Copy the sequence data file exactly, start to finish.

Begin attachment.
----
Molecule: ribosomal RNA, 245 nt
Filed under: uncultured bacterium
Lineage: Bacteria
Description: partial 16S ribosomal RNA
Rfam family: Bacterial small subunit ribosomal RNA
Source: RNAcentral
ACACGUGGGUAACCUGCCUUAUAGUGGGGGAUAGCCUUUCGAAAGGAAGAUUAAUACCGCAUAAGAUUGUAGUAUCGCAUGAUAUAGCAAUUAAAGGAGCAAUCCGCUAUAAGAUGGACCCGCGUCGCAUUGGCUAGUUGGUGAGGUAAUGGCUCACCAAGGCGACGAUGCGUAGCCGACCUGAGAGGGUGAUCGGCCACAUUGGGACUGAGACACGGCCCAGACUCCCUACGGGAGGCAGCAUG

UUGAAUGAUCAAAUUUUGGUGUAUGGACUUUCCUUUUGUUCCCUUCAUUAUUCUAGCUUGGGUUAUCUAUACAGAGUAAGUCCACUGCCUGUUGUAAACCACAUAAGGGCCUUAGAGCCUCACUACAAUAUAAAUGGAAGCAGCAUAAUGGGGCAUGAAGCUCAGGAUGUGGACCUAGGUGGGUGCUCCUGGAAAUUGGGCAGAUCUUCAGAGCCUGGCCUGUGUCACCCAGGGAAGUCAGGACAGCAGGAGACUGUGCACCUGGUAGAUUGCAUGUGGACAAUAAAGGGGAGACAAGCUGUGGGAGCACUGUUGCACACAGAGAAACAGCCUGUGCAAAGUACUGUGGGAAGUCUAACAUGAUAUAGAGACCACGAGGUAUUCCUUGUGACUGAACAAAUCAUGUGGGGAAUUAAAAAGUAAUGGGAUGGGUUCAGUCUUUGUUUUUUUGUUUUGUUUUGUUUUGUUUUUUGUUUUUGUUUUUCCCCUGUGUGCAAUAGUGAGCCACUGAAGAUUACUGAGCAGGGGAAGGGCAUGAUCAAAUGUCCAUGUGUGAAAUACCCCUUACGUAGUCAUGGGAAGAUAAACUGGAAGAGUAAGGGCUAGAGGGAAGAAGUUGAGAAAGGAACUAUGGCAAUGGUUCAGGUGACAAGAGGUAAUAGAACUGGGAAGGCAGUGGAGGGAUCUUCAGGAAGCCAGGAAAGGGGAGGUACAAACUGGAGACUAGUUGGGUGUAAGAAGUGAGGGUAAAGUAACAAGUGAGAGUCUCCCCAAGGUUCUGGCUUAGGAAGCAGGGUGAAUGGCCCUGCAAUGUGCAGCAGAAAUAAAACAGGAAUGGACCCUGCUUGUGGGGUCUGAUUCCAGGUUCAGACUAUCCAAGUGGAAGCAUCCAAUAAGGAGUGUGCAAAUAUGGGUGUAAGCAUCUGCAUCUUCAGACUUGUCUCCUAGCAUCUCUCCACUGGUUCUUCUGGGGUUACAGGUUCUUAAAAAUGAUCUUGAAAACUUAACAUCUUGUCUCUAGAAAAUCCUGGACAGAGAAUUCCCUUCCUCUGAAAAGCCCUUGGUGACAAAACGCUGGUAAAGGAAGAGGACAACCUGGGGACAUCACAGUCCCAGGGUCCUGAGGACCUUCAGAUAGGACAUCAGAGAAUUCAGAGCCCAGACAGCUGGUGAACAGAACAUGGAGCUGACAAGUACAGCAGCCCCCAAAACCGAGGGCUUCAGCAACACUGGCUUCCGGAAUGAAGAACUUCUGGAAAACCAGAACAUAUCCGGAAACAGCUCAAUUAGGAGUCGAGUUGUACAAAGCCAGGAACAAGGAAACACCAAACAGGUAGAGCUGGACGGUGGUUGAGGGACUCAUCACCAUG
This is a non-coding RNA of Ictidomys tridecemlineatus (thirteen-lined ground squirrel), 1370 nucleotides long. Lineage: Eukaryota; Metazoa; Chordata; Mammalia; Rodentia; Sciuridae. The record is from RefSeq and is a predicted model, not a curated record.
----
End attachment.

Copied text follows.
Molecule: ribosomal RNA, 245 nt
Filed under: uncultured bacterium
Lineage: Bacteria
Description: partial 16S ribosomal RNA
Rfam family: Bacterial small subunit ribosomal RNA
Source: RNAcentral
ACACGUGGGUAACCUGCCUUAUAGUGGGGGAUAGCCUUUCGAAAGGAAGAUUAAUACCGCAUAAGAUUGUAGUAUCGCAUGAUAUAGCAAUUAAAGGAGCAAUCCGCUAUAAGAUGGACCCGCGUCGCAUUGGCUAGUUGGUGAGGUAAUGGCUCACCAAGGCGACGAUGCGUAGCCGACCUGAGAGGGUGAUCGGCCACAUUGGGACUGAGACACGGCCCAGACUCCCUACGGGAGGCAGCAUG

UUGAAUGAUCAAAUUUUGGUGUAUGGACUUUCCUUUUGUUCCCUUCAUUAUUCUAGCUUGGGUUAUCUAUACAGAGUAAGUCCACUGCCUGUUGUAAACCACAUAAGGGCCUUAGAGCCUCACUACAAUAUAAAUGGAAGCAGCAUAAUGGGGCAUGAAGCUCAGGAUGUGGACCUAGGUGGGUGCUCCUGGAAAUUGGGCAGAUCUUCAGAGCCUGGCCUGUGUCACCCAGGGAAGUCAGGACAGCAGGAGACUGUGCACCUGGUAGAUUGCAUGUGGACAAUAAAGGGGAGACAAGCUGUGGGAGCACUGUUGCACACAGAGAAACAGCCUGUGCAAAGUACUGUGGGAAGUCUAACAUGAUAUAGAGACCACGAGGUAUUCCUUGUGACUGAACAAAUCAUGUGGGGAAUUAAAAAGUAAUGGGAUGGGUUCAGUCUUUGUUUUUUUGUUUUGUUUUGUUUUGUUUUUUGUUUUUGUUUUUCCCCUGUGUGCAAUAGUGAGCCACUGAAGAUUACUGAGCAGGGGAAGGGCAUGAUCAAAUGUCCAUGUGUGAAAUACCCCUUACGUAGUCAUGGGAAGAUAAACUGGAAGAGUAAGGGCUAGAGGGAAGAAGUUGAGAAAGGAACUAUGGCAAUGGUUCAGGUGACAAGAGGUAAUAGAACUGGGAAGGCAGUGGAGGGAUCUUCAGGAAGCCAGGAAAGGGGAGGUACAAACUGGAGACUAGUUGGGUGUAAGAAGUGAGGGUAAAGUAACAAGUGAGAGUCUCCCCAAGGUUCUGGCUUAGGAAGCAGGGUGAAUGGCCCUGCAAUGUGCAGCAGAAAUAAAACAGGAAUGGACCCUGCUUGUGGGGUCUGAUUCCAGGUUCAGACUAUCCAAGUGGAAGCAUCCAAUAAGGAGUGUGCAAAUAUGGGUGUAAGCAUCUGCAUCUUCAGACUUGUCUCCUAGCAUCUCUCCACUGGUUCUUCUGGGGUUACAGGUUCUUAAAAAUGAUCUUGAAAACUUAACAUCUUGUCUCUAGAAAAUCCUGGACAGAGAAUUCCCUUCCUCUGAAAAGCCCUUGGUGACAAAACGCUGGUAAAGGAAGAGGACAACCUGGGGACAUCACAGUCCCAGGGUCCUGAGGACCUUCAGAUAGGACAUCAGAGAAUUCAGAGCCCAGACAGCUGGUGAACAGAACAUGGAGCUGACAAGUACAGCAGCCCCCAAAACCGAGGGCUUCAGCAACACUGGCUUCCGGAAUGAAGAACUUCUGGAAAACCAGAACAUAUCCGGAAACAGCUCAAUUAGGAGUCGAGUUGUACAAAGCCAGGAACAAGGAAACACCAAACAGGUAGAGCUGGACGGUGGUUGAGGGACUCAUCACCAUG
This is a non-coding RNA of Ictidomys tridecemlineatus (thirteen-lined ground squirrel), 1370 nucleotides long. Lineage: Eukaryota; Metazoa; Chordata; Mammalia; Rodentia; Sciuridae. The record is from RefSeq and is a predicted model, not a curated record.